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The strongSwan FAQ states:

NAT-Traversal with IPsec transport mode has some inherent security risks.

What kind of security risks is the documentation referring to?

(links to other resources are welcome too)

  • pdfs.semanticscholar.org/7f3f/… -- Enjoy – J.J Jul 14 '18 at 21:55
  • @Joshua. J Thanks for the link to the paper. I know how NAT-T works for IPsec, but nevertheless read this paper. As far as I could see, the paper doesn't mention any special security risks with NAT-T Transport Mode. Which section of the paper are you referring to? – Jens Moser Jul 15 '18 at 1:50
  • Have a look at section 5.2 of RFC 3948. – ecdsa Jul 16 '18 at 8:37
  • @ecdsa Thank you. I'm aware of Transport Mode Conflict, but I don't think this is what the strongSwan FAQ actually is referring to. If it was, they could just as well have warned against the use of NAT-T with Tunnel Mode (because of Tunnel Mode Conflict, which is similar, albeit not identical). – Jens Moser Jul 16 '18 at 14:37
  • I think it is, what else would it refer to? The FAQ entry is based on a quote from an email from 2009 (not even available in the mailing list archives anymore), but you see some of it if you go back in the history of the page. The answered question is also specifically about transport mode with Windows and older strongSwan versions, so why would it mention tunnel mode? (The tunnel mode conflict is similar but due to virtual IPs way less common and easily avoidable.) – ecdsa Jul 16 '18 at 15:07
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I think the answer refers to the Transport Mode Conflict, which is described in section 5.2 of RFC 3948. If two clients behind the same NAT device connect to the same server using Transport Mode this might result in duplicate IPsec policies (i.e. between the NAT device's public IP and the server's IP). This means the server may only be able to send traffic to one of the clients (usually the one that connected last). If the traffic selectors include ports and protocols this issue might be avoided (unless they conflict) and in some cases it's possible to work around it (e.g. by using strongSwan's connmark plugin).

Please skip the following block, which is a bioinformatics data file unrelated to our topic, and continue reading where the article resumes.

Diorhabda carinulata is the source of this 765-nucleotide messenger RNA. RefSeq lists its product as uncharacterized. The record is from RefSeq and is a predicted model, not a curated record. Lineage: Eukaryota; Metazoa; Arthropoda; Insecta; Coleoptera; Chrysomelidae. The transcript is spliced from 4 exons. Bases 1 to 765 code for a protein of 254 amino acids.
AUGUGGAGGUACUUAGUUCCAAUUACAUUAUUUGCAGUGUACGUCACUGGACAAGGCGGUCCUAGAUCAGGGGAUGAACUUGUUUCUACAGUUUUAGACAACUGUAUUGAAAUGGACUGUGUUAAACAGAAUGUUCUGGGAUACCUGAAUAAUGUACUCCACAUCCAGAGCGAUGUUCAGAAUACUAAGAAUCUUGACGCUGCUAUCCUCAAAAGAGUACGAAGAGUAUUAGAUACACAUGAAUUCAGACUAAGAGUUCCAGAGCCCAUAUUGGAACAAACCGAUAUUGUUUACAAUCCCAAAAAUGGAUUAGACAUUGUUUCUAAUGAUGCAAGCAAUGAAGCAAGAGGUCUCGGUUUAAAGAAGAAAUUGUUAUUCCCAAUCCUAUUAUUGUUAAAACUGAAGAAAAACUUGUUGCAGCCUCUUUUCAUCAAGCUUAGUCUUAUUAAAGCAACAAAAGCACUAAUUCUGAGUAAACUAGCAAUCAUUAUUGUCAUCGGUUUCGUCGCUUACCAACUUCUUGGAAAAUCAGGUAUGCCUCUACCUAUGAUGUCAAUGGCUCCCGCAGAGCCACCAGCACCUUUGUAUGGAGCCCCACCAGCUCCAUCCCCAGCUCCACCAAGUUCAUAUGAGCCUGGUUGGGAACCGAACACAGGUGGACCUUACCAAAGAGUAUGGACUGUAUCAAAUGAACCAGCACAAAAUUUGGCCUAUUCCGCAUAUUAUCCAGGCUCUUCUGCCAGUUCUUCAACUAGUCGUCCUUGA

The term "inherent security risk" might be a bit harsh (note that I changed that on the FAQ page in the meantime), which is why newer strongSwan versions support NAT-T with Transport Mode. Although users should be aware of the potential caveats. The ikev2/host2host-transport-nat scenario in strongSwan's regression test suite illustrates two possible problems that could arise when using Transport Mode over NATs.

However, the developers of the FreeS/WAN project, on which strongSwan versions before 5.0.0 were originally based, had some very strict opinions about NAT Traversal with Transport Mode, which is why it had to be specifically enabled with a configure option (i.e. the code was not even compiled in), which is what the rest of the answer in the FAQ explains (if the option wasn't enabled, the error message clearly conveyed their opinion: "NAT-Traversal: Transport mode disabled due to security concerns").

By the way, the FAQ entry's answer is based on a quote form an email by Andreas Steffen (founder of the strongSwan project) from 2009, which, unfortunately, is not available in the mailing list archives anymore. But looking at old versions of the answer in the history of the FAQ page does point to this origin.

For completeness, there is a similar issue with Tunnel Mode over NATs (described in section 5.1 of RFC 3948) if two clients behind different NAT devices with the same private IP address connect to the same server. However, this can easily be avoided by assigning virtual IPs to the clients (which is what's usually done in roadwarrior scenarios).

  • Very well explained and a really useful answer. One additional problem with IPsec Transport Mode and NAT-T arises, if there are two or more clients behind the same NAT, talking to the same server, one of them communicating via IPsec, the other communicating in clear text. In many cases this is difficult to impossible to configure, because the server sees both clients coming from the same IP address (the NAT's external IP) and setting up different policies for the same traffic descriptor is impossible. – Jens Moser Jul 17 '18 at 13:06
  • Yes, I didn't explicitly point to that issue (which is also described in section 5.2 of the RFC). But it is illustrated in the mentioned test scenario. – ecdsa Jul 17 '18 at 13:15
  • Btw., I didn't know you are a strongSwan contributor. Thank you for amending the FAQ. I think the FAQ's answer in its original form was indeed a little confusing. Your revised version is a lot clearer now and provides useful additional information on the subject. – Jens Moser Jul 17 '18 at 13:15

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